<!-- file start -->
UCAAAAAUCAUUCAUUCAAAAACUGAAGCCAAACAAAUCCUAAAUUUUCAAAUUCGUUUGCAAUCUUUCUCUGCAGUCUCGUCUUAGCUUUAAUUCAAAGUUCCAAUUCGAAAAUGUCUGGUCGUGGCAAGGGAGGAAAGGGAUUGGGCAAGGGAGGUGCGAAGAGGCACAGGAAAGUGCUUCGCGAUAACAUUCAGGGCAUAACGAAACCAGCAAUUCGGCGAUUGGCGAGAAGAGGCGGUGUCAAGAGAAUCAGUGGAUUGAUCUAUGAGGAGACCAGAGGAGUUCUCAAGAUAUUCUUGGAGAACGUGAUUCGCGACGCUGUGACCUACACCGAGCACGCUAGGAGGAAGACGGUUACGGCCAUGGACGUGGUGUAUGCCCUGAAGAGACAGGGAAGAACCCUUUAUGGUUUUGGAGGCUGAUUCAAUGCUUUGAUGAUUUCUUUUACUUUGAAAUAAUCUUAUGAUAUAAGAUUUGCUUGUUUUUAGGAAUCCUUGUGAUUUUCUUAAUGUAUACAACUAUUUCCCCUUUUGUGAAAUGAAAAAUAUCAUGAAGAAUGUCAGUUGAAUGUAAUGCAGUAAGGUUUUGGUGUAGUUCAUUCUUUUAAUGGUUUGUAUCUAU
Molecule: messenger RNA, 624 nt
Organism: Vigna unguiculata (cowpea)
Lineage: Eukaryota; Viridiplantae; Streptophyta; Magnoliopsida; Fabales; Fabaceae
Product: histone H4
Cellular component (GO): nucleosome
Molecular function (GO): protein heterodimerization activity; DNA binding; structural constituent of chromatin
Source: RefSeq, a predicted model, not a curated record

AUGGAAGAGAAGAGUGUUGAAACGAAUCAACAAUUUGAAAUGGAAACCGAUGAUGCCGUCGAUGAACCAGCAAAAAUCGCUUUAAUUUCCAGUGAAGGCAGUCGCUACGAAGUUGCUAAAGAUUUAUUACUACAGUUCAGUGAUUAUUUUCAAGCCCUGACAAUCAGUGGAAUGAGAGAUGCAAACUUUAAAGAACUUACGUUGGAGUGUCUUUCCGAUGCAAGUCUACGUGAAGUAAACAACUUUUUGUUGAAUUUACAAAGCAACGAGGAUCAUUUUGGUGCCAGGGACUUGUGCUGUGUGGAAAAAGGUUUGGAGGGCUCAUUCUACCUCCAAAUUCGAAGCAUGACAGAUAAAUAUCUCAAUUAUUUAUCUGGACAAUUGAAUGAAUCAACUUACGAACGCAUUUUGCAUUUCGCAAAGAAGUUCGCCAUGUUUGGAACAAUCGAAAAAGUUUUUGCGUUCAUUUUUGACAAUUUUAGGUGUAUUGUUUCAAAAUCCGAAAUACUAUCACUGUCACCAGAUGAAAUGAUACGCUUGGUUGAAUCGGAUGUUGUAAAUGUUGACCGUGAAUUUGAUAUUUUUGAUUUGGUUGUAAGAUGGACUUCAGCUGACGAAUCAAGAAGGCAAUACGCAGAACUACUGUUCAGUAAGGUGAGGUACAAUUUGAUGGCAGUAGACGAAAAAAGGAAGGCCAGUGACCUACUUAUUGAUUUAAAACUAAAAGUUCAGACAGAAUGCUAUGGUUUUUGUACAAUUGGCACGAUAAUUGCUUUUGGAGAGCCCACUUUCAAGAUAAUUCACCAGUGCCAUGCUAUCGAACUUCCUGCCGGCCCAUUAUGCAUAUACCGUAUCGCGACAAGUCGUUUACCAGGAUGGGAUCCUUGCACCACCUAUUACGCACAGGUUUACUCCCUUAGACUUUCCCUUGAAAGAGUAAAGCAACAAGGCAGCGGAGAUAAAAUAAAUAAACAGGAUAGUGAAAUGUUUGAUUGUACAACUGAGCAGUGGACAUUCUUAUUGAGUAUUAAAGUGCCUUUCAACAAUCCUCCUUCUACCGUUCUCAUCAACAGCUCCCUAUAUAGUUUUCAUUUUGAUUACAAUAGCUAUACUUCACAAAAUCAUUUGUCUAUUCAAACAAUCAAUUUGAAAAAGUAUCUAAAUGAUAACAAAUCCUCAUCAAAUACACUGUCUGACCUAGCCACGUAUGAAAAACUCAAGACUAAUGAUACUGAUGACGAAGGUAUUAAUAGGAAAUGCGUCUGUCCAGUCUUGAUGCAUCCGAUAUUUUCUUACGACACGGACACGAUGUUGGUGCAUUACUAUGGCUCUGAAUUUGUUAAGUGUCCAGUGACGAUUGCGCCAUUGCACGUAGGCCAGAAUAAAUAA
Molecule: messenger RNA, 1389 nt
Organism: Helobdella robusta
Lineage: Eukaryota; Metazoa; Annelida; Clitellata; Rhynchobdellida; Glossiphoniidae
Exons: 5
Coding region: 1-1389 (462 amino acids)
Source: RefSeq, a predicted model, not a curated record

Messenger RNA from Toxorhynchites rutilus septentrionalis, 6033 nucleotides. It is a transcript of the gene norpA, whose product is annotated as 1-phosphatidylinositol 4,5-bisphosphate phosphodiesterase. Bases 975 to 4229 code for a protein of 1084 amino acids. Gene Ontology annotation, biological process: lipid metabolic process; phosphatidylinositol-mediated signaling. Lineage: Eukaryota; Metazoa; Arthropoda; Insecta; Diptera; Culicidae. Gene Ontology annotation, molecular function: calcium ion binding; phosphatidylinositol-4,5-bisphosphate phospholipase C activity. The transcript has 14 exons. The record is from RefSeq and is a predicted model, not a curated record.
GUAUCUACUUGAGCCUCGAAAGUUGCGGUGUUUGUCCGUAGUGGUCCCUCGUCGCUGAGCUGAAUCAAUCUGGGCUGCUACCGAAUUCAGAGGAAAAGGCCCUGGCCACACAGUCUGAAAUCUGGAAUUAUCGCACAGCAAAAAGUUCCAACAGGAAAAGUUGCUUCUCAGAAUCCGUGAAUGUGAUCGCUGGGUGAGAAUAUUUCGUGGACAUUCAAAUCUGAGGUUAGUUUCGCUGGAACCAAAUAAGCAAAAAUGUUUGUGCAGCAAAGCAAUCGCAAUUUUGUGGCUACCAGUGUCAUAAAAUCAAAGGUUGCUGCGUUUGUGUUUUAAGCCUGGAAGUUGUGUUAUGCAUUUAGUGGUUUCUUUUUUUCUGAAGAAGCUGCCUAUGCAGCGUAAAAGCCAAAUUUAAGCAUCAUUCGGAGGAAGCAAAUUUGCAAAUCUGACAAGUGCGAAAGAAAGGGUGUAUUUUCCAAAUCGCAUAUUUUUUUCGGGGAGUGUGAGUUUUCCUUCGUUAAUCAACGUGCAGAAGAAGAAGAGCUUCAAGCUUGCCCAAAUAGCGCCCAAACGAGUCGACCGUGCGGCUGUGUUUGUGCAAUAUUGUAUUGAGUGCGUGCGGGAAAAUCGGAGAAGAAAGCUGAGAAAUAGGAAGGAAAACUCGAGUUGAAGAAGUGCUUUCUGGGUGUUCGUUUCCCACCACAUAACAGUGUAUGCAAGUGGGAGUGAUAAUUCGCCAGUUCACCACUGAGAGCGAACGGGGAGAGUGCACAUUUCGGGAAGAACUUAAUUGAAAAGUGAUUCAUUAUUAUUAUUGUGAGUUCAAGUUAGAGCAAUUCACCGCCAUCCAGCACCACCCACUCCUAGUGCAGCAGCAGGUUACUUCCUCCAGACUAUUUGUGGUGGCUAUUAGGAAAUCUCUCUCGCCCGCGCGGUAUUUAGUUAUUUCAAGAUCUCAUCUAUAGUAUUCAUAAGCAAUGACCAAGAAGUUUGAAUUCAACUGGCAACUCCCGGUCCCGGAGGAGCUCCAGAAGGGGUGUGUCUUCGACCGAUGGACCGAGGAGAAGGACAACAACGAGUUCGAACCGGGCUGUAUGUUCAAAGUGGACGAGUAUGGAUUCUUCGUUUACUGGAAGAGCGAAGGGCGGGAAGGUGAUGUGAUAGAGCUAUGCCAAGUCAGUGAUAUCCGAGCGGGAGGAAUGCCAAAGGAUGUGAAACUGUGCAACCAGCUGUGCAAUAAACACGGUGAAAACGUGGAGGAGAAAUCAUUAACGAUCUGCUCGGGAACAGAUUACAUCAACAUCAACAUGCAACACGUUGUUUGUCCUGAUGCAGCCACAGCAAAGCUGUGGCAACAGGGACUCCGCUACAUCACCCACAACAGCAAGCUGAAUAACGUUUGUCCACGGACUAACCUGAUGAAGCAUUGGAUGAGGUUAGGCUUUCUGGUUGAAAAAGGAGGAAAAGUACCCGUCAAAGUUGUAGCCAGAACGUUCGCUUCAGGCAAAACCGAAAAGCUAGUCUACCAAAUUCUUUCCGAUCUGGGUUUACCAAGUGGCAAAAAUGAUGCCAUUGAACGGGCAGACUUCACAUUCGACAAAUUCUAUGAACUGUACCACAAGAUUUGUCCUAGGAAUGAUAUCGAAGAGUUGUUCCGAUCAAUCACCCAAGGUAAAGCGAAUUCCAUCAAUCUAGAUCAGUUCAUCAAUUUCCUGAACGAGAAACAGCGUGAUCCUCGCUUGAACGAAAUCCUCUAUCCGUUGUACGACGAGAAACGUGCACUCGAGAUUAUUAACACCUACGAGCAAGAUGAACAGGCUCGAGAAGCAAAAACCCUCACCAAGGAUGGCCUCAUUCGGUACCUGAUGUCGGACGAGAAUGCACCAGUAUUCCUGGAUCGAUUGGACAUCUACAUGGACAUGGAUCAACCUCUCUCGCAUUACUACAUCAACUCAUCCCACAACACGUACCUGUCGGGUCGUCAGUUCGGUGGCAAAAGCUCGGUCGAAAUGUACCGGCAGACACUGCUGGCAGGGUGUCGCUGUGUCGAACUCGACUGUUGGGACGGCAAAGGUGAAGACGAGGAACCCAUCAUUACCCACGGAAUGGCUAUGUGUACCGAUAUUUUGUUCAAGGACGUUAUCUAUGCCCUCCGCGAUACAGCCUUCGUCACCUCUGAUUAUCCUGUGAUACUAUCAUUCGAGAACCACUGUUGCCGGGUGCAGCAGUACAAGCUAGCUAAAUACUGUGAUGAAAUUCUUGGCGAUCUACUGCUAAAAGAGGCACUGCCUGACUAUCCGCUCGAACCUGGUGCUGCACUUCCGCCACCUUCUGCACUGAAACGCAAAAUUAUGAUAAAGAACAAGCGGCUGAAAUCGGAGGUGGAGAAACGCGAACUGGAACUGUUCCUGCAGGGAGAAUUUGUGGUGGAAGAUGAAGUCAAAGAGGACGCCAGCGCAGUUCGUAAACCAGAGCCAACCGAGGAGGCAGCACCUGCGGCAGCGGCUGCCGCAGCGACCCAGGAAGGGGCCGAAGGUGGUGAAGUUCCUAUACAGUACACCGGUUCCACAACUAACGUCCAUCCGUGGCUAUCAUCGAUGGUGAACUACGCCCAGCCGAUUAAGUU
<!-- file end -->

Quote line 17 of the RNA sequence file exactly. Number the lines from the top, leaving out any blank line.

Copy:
GUAUCUACUUGAGCCUCGAAAGUUGCGGUGUUUGUCCGUAGUGGUCCCUCGUCGCUGAGCUGAAUCAAUCUGGGCUGCUACCGAAUUCAGAGGAAAAGGCCCUGGCCACACAGUCUGAAAUCUGGAAUUAUCGCACAGCAAAAAGUUCCAACAGGAAAAGUUGCUUCUCAGAAUCCGUGAAUGUGAUCGCUGGGUGAGAAUAUUUCGUGGACAUUCAAAUCUGAGGUUAGUUUCGCUGGAACCAAAUAAGCAAAAAUGUUUGUGCAGCAAAGCAAUCGCAAUUUUGUGGCUACCAGUGUCAUAAAAUCAAAGGUUGCUGCGUUUGUGUUUUAAGCCUGGAAGUUGUGUUAUGCAUUUAGUGGUUUCUUUUUUUCUGAAGAAGCUGCCUAUGCAGCGUAAAAGCCAAAUUUAAGCAUCAUUCGGAGGAAGCAAAUUUGCAAAUCUGACAAGUGCGAAAGAAAGGGUGUAUUUUCCAAAUCGCAUAUUUUUUUCGGGGAGUGUGAGUUUUCCUUCGUUAAUCAACGUGCAGAAGAAGAAGAGCUUCAAGCUUGCCCAAAUAGCGCCCAAACGAGUCGACCGUGCGGCUGUGUUUGUGCAAUAUUGUAUUGAGUGCGUGCGGGAAAAUCGGAGAAGAAAGCUGAGAAAUAGGAAGGAAAACUCGAGUUGAAGAAGUGCUUUCUGGGUGUUCGUUUCCCACCACAUAACAGUGUAUGCAAGUGGGAGUGAUAAUUCGCCAGUUCACCACUGAGAGCGAACGGGGAGAGUGCACAUUUCGGGAAGAACUUAAUUGAAAAGUGAUUCAUUAUUAUUAUUGUGAGUUCAAGUUAGAGCAAUUCACCGCCAUCCAGCACCACCCACUCCUAGUGCAGCAGCAGGUUACUUCCUCCAGACUAUUUGUGGUGGCUAUUAGGAAAUCUCUCUCGCCCGCGCGGUAUUUAGUUAUUUCAAGAUCUCAUCUAUAGUAUUCAUAAGCAAUGACCAAGAAGUUUGAAUUCAACUGGCAACUCCCGGUCCCGGAGGAGCUCCAGAAGGGGUGUGUCUUCGACCGAUGGACCGAGGAGAAGGACAACAACGAGUUCGAACCGGGCUGUAUGUUCAAAGUGGACGAGUAUGGAUUCUUCGUUUACUGGAAGAGCGAAGGGCGGGAAGGUGAUGUGAUAGAGCUAUGCCAAGUCAGUGAUAUCCGAGCGGGAGGAAUGCCAAAGGAUGUGAAACUGUGCAACCAGCUGUGCAAUAAACACGGUGAAAACGUGGAGGAGAAAUCAUUAACGAUCUGCUCGGGAACAGAUUACAUCAACAUCAACAUGCAACACGUUGUUUGUCCUGAUGCAGCCACAGCAAAGCUGUGGCAACAGGGACUCCGCUACAUCACCCACAACAGCAAGCUGAAUAACGUUUGUCCACGGACUAACCUGAUGAAGCAUUGGAUGAGGUUAGGCUUUCUGGUUGAAAAAGGAGGAAAAGUACCCGUCAAAGUUGUAGCCAGAACGUUCGCUUCAGGCAAAACCGAAAAGCUAGUCUACCAAAUUCUUUCCGAUCUGGGUUUACCAAGUGGCAAAAAUGAUGCCAUUGAACGGGCAGACUUCACAUUCGACAAAUUCUAUGAACUGUACCACAAGAUUUGUCCUAGGAAUGAUAUCGAAGAGUUGUUCCGAUCAAUCACCCAAGGUAAAGCGAAUUCCAUCAAUCUAGAUCAGUUCAUCAAUUUCCUGAACGAGAAACAGCGUGAUCCUCGCUUGAACGAAAUCCUCUAUCCGUUGUACGACGAGAAACGUGCACUCGAGAUUAUUAACACCUACGAGCAAGAUGAACAGGCUCGAGAAGCAAAAACCCUCACCAAGGAUGGCCUCAUUCGGUACCUGAUGUCGGACGAGAAUGCACCAGUAUUCCUGGAUCGAUUGGACAUCUACAUGGACAUGGAUCAACCUCUCUCGCAUUACUACAUCAACUCAUCCCACAACACGUACCUGUCGGGUCGUCAGUUCGGUGGCAAAAGCUCGGUCGAAAUGUACCGGCAGACACUGCUGGCAGGGUGUCGCUGUGUCGAACUCGACUGUUGGGACGGCAAAGGUGAAGACGAGGAACCCAUCAUUACCCACGGAAUGGCUAUGUGUACCGAUAUUUUGUUCAAGGACGUUAUCUAUGCCCUCCGCGAUACAGCCUUCGUCACCUCUGAUUAUCCUGUGAUACUAUCAUUCGAGAACCACUGUUGCCGGGUGCAGCAGUACAAGCUAGCUAAAUACUGUGAUGAAAUUCUUGGCGAUCUACUGCUAAAAGAGGCACUGCCUGACUAUCCGCUCGAACCUGGUGCUGCACUUCCGCCACCUUCUGCACUGAAACGCAAAAUUAUGAUAAAGAACAAGCGGCUGAAAUCGGAGGUGGAGAAACGCGAACUGGAACUGUUCCUGCAGGGAGAAUUUGUGGUGGAAGAUGAAGUCAAAGAGGACGCCAGCGCAGUUCGUAAACCAGAGCCAACCGAGGAGGCAGCACCUGCGGCAGCGGCUGCCGCAGCGACCCAGGAAGGGGCCGAAGGUGGUGAAGUUCCUAUACAGUACACCGGUUCCACAACUAACGUCCAUCCGUGGCUAUCAUCGAUGGUGAACUACGCCCAGCCGAUUAAGUU